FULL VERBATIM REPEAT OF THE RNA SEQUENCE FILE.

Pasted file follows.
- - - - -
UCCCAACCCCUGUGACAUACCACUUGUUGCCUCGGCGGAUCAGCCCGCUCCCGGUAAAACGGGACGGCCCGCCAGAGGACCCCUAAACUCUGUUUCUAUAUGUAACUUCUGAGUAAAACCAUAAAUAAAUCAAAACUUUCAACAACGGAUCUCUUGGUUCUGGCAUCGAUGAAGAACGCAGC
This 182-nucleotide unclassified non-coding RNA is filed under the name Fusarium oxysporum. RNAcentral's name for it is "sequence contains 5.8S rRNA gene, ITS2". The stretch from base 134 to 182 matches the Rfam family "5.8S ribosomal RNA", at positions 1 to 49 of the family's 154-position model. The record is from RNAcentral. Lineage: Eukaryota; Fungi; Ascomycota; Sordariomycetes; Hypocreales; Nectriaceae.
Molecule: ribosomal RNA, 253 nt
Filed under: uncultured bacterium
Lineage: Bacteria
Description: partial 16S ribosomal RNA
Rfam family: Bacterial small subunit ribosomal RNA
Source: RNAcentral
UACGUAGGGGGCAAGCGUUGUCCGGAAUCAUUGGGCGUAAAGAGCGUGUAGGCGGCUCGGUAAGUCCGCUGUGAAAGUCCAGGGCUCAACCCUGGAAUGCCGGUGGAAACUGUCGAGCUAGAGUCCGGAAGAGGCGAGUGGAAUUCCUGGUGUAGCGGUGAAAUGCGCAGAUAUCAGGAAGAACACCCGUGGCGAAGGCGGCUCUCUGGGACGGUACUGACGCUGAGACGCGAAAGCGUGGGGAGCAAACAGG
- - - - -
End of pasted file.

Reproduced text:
UCCCAACCCCUGUGACAUACCACUUGUUGCCUCGGCGGAUCAGCCCGCUCCCGGUAAAACGGGACGGCCCGCCAGAGGACCCCUAAACUCUGUUUCUAUAUGUAACUUCUGAGUAAAACCAUAAAUAAAUCAAAACUUUCAACAACGGAUCUCUUGGUUCUGGCAUCGAUGAAGAACGCAGC
This 182-nucleotide unclassified non-coding RNA is filed under the name Fusarium oxysporum. RNAcentral's name for it is "sequence contains 5.8S rRNA gene, ITS2". The stretch from base 134 to 182 matches the Rfam family "5.8S ribosomal RNA", at positions 1 to 49 of the family's 154-position model. The record is from RNAcentral. Lineage: Eukaryota; Fungi; Ascomycota; Sordariomycetes; Hypocreales; Nectriaceae.
Molecule: ribosomal RNA, 253 nt
Filed under: uncultured bacterium
Lineage: Bacteria
Description: partial 16S ribosomal RNA
Rfam family: Bacterial small subunit ribosomal RNA
Source: RNAcentral
UACGUAGGGGGCAAGCGUUGUCCGGAAUCAUUGGGCGUAAAGAGCGUGUAGGCGGCUCGGUAAGUCCGCUGUGAAAGUCCAGGGCUCAACCCUGGAAUGCCGGUGGAAACUGUCGAGCUAGAGUCCGGAAGAGGCGAGUGGAAUUCCUGGUGUAGCGGUGAAAUGCGCAGAUAUCAGGAAGAACACCCGUGGCGAAGGCGGCUCUCUGGGACGGUACUGACGCUGAGACGCGAAAGCGUGGGGAGCAAACAGG